Hand tools and fabrication machines
The aim of this project is to demonstrate how two LoPy modules can communicate directly to each other via LoRa without using LoRaWAN. One LoPy will send out "Ping" messages which are received by another LoPy module, that will in turn reply with a "Pong" message. When either LoPy receives a message it will light up a string of WS2812 addressable LEDs and play a spooky sound effect.
wave - Used to decode WAV files
chunk - Required by
to decode the WAV header
ws2812alt - Library for controlling the WS2812 LEDs via the LoPy's SPI periferalAssembly
Setting up the boards:
Connect the LoPy modules to the expansion boards, ensuring that the LED of the module is facing the same side as the micro-USB connector. Once connected you need to make sure the LoPy firmware is up to date. Instructions on how to update the firmware can be found here.
The above diagram illustrates the complete circuit required for each pumpkin. A speaker is connected to the LoPy via an amplifier to pin
. The LoPy module has a digital to analog converter (DAC) available on pins
which will be used to generate an audio signal. The WS2812 LEDs need to be connected into a single chain as shown in the diagram. For simplicity (and better aesthetics) Adafruit jewel modules are used for the eyes and nose. If you don't carve a nose into your pumpkin you will only require two of these. For the power connections it is recommend to use a terminal block like so:
This step is where you let your creativity shine, the exact design you use is not critical so long as light is able to pass through the pumpkin in places. A guide on carving pumpkins can be found on wikihow.Code
LoRa - LoRa Communications
Communicating between two LoPy modules using LoRa is quite trivial. This project used the example code found here to achieve this. Please make sure you set the frequency to match the LoRa frequency in your region (
for North America or
For the LEDs I used the wa2812alt library by Gadgetoid. The WS2812 LEDs require very accurate timing, this clever library utilises the SPI peripheral of the ESP32 found on the LoPy module to accurately generate the required signal.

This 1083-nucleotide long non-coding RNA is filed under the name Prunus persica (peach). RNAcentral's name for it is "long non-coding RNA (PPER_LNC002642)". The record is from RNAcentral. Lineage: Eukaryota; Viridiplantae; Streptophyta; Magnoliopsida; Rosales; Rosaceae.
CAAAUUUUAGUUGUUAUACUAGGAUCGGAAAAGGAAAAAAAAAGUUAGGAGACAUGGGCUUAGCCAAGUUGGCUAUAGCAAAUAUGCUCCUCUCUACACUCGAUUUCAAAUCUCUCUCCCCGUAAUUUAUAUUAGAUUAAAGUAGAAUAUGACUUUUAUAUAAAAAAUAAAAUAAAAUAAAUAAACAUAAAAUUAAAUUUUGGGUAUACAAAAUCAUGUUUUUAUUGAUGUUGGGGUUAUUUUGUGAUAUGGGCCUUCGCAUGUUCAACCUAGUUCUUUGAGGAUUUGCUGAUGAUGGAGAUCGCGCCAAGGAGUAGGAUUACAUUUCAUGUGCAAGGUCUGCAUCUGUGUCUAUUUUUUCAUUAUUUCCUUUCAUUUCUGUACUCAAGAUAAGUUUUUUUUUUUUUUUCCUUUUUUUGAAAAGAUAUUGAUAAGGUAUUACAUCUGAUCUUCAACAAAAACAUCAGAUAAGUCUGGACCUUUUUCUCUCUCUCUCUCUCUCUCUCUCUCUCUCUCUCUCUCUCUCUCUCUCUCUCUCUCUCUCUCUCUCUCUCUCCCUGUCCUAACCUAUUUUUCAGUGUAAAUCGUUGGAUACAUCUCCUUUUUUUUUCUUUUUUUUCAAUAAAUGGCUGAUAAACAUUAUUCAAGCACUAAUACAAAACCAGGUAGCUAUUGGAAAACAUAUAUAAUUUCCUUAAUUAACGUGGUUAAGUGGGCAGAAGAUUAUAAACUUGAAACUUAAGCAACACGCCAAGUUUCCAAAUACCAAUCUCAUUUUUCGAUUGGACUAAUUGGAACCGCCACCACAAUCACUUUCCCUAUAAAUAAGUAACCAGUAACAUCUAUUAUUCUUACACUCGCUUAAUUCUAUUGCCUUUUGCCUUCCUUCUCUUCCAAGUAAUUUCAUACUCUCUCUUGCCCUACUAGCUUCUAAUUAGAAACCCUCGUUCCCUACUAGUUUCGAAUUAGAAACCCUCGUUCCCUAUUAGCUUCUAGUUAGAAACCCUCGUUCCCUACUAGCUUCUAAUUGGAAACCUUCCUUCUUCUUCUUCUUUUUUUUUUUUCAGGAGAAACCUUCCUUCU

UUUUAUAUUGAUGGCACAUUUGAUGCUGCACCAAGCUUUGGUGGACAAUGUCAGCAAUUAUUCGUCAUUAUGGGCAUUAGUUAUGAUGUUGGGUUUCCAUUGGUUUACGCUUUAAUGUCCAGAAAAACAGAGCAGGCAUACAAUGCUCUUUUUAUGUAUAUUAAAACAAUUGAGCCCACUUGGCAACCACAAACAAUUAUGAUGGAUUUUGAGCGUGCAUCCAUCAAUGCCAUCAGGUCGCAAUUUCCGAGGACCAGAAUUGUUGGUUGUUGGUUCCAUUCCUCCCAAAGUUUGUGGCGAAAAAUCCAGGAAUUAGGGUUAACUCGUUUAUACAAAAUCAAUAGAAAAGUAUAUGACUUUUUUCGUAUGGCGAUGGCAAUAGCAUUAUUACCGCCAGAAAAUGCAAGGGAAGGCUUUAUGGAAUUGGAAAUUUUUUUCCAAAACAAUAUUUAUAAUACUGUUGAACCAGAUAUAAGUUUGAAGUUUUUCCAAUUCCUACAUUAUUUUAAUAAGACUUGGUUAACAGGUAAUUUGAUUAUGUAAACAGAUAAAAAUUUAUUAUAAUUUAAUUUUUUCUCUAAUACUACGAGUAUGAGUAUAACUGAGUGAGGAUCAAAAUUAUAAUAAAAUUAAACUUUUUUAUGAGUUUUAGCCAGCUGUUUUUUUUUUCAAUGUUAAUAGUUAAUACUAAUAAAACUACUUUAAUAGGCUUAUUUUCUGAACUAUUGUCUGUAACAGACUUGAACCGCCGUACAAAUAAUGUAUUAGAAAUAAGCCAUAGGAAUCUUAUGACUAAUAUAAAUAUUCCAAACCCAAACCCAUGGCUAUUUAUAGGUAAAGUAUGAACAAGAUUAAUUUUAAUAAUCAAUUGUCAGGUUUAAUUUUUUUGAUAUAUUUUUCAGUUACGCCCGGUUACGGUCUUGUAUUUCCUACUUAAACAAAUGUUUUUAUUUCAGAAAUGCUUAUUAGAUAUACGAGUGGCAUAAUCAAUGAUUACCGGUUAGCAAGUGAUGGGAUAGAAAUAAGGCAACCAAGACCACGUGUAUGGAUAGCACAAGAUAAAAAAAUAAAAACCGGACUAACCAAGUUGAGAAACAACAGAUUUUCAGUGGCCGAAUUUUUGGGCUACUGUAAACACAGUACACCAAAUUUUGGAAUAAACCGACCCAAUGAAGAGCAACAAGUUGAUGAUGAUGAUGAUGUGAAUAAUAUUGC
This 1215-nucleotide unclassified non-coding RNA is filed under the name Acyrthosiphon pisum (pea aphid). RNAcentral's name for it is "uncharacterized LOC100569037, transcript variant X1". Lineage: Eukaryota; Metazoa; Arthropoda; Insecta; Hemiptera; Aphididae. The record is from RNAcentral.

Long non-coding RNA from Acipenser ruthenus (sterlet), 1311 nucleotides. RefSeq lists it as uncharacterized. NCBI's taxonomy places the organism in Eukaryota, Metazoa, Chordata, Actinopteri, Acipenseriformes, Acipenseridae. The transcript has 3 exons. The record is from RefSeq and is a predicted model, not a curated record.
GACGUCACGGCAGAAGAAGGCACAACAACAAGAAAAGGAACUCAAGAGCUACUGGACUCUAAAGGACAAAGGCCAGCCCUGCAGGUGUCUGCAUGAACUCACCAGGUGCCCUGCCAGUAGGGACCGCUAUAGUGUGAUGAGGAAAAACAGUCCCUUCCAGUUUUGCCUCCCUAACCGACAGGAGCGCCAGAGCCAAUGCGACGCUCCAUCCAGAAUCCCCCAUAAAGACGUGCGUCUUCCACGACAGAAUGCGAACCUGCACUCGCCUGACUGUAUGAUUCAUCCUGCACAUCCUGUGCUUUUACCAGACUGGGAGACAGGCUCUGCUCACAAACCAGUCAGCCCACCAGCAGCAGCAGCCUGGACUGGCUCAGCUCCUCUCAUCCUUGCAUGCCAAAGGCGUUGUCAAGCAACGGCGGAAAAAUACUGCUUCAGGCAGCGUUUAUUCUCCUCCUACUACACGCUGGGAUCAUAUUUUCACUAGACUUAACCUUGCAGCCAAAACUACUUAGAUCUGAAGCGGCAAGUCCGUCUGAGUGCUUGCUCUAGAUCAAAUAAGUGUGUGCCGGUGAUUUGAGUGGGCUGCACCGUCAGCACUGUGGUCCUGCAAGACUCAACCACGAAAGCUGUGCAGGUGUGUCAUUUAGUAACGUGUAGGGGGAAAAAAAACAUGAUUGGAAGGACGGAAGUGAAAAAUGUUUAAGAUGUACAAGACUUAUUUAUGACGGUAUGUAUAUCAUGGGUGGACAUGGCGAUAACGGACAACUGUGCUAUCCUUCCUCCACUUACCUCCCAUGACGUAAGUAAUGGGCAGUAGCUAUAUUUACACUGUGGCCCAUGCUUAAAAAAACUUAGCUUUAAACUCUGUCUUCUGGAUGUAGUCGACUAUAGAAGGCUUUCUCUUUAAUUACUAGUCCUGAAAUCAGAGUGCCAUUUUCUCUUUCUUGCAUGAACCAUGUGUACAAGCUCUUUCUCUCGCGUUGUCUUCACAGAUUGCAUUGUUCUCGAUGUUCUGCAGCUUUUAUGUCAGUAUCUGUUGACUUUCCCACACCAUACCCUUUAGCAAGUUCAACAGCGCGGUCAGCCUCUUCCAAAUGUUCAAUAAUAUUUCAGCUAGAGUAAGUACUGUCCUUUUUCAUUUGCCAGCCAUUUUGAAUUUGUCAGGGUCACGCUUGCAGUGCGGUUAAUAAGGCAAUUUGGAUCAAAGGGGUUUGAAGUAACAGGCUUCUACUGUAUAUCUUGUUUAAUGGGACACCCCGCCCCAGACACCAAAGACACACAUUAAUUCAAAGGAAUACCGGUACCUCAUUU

To initialise this library we used the following code:
# 3 jewels for both eyes and nose, 16 LED strip for the mouth num_pixels = 7 * 3 + 16 chain = WS2812(spi_bus=0, led_count=num_pixels)
For this project, rather than changing the colour of the LEDs in a pattern we use the libraries
attribute to fade a fixed pattern in an out. The fixed pattern for the LEDs is setup with the following code:
data = [(0,255,0) for x in range(7*2)] + # Green eyes # a 4 tuple is used below because this jewel is a RGBW one [(0,255,255,0) for x in range(7)] + # Cyan nose [(255,0,0) for x in range(16)] # Red mouth
To fade this pattern in and out we can vary the intensity attribute from 0 to 1. The following code changes the intensity and writes the values out to the LEDs.
for x in [x * 0.1 for x in range(11)]: chain.intensity = x chain.show(data) time.sleep_ms(50)
The LEDs can then be faded back out by using a similar loop with a reversed range. If you want to animate the LEDs with different colours you will need to alter the values within
For the spooky sound effect we will be using WAV files due to their simplicity. WAV files contain a header describing the format and amount of audio samples followed by the raw, uncompressed, audio samples. Due to the lack of compression, it is very simple to parse a WAV file. The first thing we need to do is setup the DAC on pin
#Audio output DAC dac_audio = machine.DAC('P21')
The wave library provided by a micropython example will handle parsing the WAV file for us and return to us the raw audio samples. These samples can then be output to the DAC to generate audio. Note: the DAC present on the ESP32 is not really meant for audio output, and as such you won't be able to reproduce audio sampled at more than 2KHz via micropython.
def play_wav(filepath, dac_pin): f = wave.open(filepath, 'r') max_frames = f.getnframes() sample_rate = f.getframerate() for _ in range(max_frames): sample = f.readframes(1) sample = struct.unpack("h", sample) sample = scale(sample, (-32768, 32767), (0, 1)) dac_pin.write(sample) time.sleep(1.0/sample_rate)
So long as the WAV file is kept small, FTP can be used to upload the WAV file directly to the LoPy. If a long WAV file is used, it is best saved onto a micro SD card which can be plugged into the expansion board.
The values in most WAV files come in the form of signed 16-bit integers, the DAC expects a floating point value in the range 0 to 1. This scaling is quite trivial and can be achieved via the following function:
def scale(val, src, dst): return ((val - src) / (src-src)) * (dst-dst) + dst